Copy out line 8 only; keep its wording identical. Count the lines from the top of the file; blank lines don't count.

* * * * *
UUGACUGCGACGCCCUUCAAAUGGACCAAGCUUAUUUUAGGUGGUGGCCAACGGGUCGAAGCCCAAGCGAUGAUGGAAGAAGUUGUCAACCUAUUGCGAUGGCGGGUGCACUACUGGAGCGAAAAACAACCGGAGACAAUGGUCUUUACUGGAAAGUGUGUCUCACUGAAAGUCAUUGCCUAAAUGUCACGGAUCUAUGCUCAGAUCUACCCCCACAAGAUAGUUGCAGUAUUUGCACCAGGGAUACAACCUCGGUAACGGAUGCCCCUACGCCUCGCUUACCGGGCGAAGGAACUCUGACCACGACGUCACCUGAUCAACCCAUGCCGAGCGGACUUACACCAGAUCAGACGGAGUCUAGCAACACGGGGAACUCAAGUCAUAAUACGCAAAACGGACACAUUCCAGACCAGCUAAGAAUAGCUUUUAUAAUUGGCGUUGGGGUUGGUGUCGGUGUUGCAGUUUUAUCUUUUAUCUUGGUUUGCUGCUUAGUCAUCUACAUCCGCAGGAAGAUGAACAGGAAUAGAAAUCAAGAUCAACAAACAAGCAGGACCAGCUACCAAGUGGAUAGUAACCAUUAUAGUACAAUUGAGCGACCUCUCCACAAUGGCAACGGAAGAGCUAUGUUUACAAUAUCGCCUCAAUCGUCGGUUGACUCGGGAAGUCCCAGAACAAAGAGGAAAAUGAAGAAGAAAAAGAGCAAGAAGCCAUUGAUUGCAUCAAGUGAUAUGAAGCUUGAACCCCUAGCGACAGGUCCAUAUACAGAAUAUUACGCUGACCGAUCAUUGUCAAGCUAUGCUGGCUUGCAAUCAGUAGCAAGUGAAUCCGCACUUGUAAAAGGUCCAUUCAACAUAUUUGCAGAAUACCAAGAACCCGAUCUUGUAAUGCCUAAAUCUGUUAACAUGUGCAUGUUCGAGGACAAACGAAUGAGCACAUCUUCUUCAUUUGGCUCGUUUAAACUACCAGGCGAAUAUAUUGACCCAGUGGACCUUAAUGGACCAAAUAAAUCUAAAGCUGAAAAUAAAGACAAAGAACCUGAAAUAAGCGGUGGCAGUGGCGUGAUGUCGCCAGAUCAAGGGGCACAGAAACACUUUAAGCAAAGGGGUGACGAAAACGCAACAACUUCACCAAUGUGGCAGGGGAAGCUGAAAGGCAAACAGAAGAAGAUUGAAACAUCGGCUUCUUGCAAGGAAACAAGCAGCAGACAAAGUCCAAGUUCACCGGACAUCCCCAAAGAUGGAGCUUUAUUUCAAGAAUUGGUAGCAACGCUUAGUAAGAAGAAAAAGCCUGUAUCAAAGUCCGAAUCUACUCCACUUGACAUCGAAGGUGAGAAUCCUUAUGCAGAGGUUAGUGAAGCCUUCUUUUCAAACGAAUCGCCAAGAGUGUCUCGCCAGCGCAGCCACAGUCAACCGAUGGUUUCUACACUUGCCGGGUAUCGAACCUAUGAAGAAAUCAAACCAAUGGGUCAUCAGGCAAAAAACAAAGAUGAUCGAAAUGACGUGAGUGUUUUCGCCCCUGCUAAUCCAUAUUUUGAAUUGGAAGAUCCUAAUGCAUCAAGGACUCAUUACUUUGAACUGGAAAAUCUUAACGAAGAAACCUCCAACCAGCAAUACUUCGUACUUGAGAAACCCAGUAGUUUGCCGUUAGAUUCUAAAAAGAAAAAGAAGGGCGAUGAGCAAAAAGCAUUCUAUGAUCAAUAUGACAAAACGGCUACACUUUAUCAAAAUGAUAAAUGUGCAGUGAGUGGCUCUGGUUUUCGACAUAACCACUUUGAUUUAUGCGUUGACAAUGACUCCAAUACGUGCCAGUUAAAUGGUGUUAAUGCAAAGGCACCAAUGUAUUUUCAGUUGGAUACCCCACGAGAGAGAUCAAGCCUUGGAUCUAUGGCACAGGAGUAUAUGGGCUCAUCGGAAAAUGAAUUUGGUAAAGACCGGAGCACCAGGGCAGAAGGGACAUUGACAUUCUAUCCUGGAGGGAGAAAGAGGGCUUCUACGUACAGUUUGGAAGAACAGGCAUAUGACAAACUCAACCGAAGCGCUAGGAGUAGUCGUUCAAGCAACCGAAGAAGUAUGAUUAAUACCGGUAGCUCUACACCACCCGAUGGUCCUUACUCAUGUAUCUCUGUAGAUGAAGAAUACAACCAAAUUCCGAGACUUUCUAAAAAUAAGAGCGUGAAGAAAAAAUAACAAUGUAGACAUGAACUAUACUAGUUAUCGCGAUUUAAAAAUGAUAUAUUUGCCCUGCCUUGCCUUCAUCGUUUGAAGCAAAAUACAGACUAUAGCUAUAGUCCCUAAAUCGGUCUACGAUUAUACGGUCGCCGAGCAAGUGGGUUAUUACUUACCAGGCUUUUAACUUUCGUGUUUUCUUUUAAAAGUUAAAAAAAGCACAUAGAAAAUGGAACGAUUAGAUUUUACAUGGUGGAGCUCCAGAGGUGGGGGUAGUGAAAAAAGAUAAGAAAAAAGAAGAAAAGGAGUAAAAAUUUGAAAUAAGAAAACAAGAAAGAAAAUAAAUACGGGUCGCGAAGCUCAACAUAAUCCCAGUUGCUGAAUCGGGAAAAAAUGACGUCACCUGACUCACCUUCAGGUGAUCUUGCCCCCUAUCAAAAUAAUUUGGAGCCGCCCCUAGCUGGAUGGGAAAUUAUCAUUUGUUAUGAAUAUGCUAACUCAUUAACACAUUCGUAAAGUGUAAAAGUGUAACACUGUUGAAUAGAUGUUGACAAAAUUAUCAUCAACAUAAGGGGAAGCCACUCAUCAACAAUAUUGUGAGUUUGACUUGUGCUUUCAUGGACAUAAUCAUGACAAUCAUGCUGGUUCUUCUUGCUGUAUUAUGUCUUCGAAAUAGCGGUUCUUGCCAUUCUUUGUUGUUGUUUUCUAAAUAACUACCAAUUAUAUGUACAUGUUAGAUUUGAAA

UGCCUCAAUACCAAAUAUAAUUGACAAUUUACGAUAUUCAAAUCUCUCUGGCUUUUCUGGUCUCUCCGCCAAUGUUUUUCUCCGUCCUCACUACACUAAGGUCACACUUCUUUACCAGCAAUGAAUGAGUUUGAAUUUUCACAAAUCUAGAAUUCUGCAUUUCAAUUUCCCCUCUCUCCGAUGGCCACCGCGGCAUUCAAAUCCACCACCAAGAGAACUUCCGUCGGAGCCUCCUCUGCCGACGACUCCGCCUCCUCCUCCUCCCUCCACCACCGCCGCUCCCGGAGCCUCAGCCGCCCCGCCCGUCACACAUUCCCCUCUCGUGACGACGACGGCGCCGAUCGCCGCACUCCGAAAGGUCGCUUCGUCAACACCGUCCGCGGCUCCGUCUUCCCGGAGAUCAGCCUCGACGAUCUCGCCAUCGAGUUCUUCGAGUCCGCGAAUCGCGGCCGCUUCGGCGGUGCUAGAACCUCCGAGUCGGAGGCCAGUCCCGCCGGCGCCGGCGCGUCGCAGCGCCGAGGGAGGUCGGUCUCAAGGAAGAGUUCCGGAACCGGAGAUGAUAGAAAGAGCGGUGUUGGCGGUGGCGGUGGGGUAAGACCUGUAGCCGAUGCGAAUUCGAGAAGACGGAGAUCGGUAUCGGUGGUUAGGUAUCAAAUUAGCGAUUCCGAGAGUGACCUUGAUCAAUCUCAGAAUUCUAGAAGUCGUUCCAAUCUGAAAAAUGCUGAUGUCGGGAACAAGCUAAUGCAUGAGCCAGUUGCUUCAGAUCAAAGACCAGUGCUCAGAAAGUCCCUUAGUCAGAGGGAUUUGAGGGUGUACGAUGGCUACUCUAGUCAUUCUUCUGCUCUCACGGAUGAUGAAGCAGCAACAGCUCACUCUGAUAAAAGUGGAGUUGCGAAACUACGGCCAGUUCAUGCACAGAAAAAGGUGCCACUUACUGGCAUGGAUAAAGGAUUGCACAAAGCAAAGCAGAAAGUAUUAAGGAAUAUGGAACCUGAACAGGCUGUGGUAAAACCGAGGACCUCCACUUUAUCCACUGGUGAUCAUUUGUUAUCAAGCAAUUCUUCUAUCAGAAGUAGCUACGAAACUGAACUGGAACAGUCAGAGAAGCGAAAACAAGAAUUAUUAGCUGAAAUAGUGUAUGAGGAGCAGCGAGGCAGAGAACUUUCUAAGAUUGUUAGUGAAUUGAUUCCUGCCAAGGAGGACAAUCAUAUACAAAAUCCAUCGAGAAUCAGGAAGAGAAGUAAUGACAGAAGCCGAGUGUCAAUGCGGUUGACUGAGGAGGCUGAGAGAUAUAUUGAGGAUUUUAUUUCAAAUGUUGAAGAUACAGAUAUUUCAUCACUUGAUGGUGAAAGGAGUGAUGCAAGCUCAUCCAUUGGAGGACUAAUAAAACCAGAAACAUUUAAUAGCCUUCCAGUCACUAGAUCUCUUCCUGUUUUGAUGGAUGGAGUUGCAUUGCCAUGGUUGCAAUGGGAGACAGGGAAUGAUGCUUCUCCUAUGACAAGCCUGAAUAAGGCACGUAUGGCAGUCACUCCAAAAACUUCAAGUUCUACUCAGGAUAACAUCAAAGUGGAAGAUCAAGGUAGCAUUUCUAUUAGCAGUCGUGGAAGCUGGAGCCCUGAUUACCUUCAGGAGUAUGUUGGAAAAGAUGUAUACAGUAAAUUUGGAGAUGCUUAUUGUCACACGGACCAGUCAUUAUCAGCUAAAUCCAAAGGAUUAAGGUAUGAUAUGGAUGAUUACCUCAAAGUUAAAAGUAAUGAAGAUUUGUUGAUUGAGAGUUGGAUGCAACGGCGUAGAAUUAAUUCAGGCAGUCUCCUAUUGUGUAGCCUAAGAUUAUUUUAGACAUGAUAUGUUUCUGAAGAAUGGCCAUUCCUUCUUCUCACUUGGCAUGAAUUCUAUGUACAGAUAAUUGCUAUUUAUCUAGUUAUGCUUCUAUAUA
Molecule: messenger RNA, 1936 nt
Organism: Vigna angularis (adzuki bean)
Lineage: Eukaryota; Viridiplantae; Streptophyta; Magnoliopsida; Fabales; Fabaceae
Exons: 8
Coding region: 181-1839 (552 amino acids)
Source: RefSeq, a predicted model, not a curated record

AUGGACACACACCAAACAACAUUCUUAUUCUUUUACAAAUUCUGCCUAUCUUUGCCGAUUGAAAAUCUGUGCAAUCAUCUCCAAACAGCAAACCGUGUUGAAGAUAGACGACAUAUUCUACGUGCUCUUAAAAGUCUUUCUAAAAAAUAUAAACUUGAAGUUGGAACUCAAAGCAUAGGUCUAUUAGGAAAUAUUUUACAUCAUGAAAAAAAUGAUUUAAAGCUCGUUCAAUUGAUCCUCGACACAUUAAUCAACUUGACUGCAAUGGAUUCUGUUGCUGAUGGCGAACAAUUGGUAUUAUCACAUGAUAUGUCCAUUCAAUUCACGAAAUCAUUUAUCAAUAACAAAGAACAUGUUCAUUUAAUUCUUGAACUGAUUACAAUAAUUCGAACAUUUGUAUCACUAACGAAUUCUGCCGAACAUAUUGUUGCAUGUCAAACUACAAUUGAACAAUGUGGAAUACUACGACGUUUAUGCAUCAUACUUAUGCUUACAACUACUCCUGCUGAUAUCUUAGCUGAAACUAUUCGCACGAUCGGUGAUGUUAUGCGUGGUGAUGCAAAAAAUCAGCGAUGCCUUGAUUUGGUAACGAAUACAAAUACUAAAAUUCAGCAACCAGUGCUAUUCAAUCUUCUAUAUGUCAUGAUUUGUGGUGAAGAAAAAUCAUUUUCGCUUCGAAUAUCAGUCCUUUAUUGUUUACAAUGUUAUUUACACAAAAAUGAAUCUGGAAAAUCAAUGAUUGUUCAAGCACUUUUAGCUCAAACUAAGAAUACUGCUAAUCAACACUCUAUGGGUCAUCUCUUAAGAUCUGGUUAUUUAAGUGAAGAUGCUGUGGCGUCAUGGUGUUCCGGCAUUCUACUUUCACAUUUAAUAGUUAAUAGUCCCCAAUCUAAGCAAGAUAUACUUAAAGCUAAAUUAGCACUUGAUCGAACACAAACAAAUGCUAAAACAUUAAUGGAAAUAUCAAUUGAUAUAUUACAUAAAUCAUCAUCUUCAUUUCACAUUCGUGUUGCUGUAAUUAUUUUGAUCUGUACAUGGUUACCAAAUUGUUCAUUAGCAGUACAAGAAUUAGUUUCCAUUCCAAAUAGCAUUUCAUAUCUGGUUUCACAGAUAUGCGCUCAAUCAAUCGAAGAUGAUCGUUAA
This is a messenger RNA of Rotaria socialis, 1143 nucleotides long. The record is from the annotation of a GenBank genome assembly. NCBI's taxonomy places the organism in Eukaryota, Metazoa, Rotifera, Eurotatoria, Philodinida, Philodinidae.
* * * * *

Source: RefSeq, a predicted model, not a curated record